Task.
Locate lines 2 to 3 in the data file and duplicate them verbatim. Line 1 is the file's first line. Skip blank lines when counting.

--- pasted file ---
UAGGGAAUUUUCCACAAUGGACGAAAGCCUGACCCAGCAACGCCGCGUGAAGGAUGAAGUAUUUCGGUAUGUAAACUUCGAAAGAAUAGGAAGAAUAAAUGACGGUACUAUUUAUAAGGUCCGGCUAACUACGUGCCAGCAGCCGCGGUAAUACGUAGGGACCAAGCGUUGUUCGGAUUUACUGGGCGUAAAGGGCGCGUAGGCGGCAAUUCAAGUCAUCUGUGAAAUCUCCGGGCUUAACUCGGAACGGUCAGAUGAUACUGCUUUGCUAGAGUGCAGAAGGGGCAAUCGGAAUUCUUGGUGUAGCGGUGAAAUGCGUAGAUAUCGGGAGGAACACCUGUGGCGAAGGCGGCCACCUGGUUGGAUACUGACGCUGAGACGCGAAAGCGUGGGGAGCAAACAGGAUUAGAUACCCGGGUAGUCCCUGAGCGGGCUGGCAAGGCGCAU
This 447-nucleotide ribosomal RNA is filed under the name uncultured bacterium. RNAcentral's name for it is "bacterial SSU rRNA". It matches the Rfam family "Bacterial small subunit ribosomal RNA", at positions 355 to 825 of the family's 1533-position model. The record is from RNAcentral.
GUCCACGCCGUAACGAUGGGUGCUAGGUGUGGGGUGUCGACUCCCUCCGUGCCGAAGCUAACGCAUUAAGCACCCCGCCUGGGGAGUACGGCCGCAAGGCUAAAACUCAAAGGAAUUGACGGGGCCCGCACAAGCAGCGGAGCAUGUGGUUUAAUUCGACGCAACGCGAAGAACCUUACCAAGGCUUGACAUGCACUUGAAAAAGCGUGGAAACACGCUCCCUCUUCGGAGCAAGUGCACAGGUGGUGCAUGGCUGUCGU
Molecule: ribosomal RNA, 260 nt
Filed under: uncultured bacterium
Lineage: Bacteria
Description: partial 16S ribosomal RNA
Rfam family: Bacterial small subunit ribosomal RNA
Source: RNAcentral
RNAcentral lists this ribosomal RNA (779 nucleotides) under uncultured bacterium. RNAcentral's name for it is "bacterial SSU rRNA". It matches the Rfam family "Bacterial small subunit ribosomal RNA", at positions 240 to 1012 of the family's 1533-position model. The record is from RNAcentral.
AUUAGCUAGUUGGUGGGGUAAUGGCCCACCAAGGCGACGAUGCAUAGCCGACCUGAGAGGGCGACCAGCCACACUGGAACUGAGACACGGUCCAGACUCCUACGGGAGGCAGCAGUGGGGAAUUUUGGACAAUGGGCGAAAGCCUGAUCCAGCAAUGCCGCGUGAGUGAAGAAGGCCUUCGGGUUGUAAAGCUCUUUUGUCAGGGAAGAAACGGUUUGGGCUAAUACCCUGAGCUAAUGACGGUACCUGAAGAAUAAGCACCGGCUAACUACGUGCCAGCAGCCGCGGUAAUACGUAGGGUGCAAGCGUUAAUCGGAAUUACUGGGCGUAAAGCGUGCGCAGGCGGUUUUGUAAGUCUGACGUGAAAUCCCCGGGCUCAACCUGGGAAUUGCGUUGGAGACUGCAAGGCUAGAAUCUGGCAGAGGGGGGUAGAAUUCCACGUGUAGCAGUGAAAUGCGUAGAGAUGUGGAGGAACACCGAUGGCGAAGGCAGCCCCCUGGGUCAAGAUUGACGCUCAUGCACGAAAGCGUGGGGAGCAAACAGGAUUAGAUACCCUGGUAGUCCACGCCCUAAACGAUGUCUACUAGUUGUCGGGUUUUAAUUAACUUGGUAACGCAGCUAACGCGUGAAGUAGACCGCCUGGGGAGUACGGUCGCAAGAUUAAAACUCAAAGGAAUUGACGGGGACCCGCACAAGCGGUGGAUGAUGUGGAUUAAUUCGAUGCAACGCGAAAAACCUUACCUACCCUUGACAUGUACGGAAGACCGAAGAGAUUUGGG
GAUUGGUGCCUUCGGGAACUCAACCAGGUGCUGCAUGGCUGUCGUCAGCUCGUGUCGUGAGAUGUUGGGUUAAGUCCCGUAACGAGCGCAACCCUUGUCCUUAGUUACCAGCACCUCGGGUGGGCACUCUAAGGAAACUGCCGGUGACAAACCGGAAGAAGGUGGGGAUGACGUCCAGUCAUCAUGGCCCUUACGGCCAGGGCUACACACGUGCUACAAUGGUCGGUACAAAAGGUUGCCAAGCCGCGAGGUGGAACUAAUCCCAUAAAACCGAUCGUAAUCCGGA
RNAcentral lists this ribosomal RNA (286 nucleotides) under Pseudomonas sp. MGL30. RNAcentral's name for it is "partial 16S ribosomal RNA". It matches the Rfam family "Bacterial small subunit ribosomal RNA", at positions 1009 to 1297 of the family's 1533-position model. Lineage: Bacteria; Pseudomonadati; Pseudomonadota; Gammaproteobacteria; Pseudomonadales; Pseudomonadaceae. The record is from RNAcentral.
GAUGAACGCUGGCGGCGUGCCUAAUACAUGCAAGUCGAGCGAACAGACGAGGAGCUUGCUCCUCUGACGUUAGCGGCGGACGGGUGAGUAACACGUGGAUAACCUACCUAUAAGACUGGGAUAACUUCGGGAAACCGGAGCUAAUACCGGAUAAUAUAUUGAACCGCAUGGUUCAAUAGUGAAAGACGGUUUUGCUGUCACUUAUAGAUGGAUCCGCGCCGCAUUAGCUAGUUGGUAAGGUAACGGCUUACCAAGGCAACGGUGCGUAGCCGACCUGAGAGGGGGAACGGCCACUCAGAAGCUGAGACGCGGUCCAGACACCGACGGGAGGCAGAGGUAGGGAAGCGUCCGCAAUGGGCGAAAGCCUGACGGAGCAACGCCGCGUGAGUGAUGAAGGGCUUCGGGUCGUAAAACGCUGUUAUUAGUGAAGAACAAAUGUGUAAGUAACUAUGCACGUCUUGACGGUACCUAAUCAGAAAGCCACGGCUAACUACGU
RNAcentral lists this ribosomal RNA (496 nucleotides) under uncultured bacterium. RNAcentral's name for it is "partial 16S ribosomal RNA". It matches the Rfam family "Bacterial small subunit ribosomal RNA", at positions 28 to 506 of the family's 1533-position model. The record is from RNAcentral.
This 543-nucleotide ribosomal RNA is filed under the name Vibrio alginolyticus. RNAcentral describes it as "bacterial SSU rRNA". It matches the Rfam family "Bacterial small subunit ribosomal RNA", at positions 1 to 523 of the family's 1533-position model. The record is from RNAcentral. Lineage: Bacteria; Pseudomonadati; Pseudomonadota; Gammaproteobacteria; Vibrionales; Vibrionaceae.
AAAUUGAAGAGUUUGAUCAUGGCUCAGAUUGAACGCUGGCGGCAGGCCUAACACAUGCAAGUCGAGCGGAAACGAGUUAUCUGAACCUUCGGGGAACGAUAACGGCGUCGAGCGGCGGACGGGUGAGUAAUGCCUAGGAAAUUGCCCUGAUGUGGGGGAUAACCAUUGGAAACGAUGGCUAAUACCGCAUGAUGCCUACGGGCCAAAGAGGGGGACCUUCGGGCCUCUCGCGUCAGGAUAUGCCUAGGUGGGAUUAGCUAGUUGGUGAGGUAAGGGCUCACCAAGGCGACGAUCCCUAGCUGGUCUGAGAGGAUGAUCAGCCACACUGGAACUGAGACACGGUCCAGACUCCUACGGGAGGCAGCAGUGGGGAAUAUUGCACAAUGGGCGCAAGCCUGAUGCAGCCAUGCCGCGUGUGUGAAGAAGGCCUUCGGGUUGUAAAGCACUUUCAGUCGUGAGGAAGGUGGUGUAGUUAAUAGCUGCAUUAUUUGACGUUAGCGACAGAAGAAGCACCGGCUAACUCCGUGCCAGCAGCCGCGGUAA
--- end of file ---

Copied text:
This 447-nucleotide ribosomal RNA is filed under the name uncultured bacterium. RNAcentral's name for it is "bacterial SSU rRNA". It matches the Rfam family "Bacterial small subunit ribosomal RNA", at positions 355 to 825 of the family's 1533-position model. The record is from RNAcentral.
GUCCACGCCGUAACGAUGGGUGCUAGGUGUGGGGUGUCGACUCCCUCCGUGCCGAAGCUAACGCAUUAAGCACCCCGCCUGGGGAGUACGGCCGCAAGGCUAAAACUCAAAGGAAUUGACGGGGCCCGCACAAGCAGCGGAGCAUGUGGUUUAAUUCGACGCAACGCGAAGAACCUUACCAAGGCUUGACAUGCACUUGAAAAAGCGUGGAAACACGCUCCCUCUUCGGAGCAAGUGCACAGGUGGUGCAUGGCUGUCGU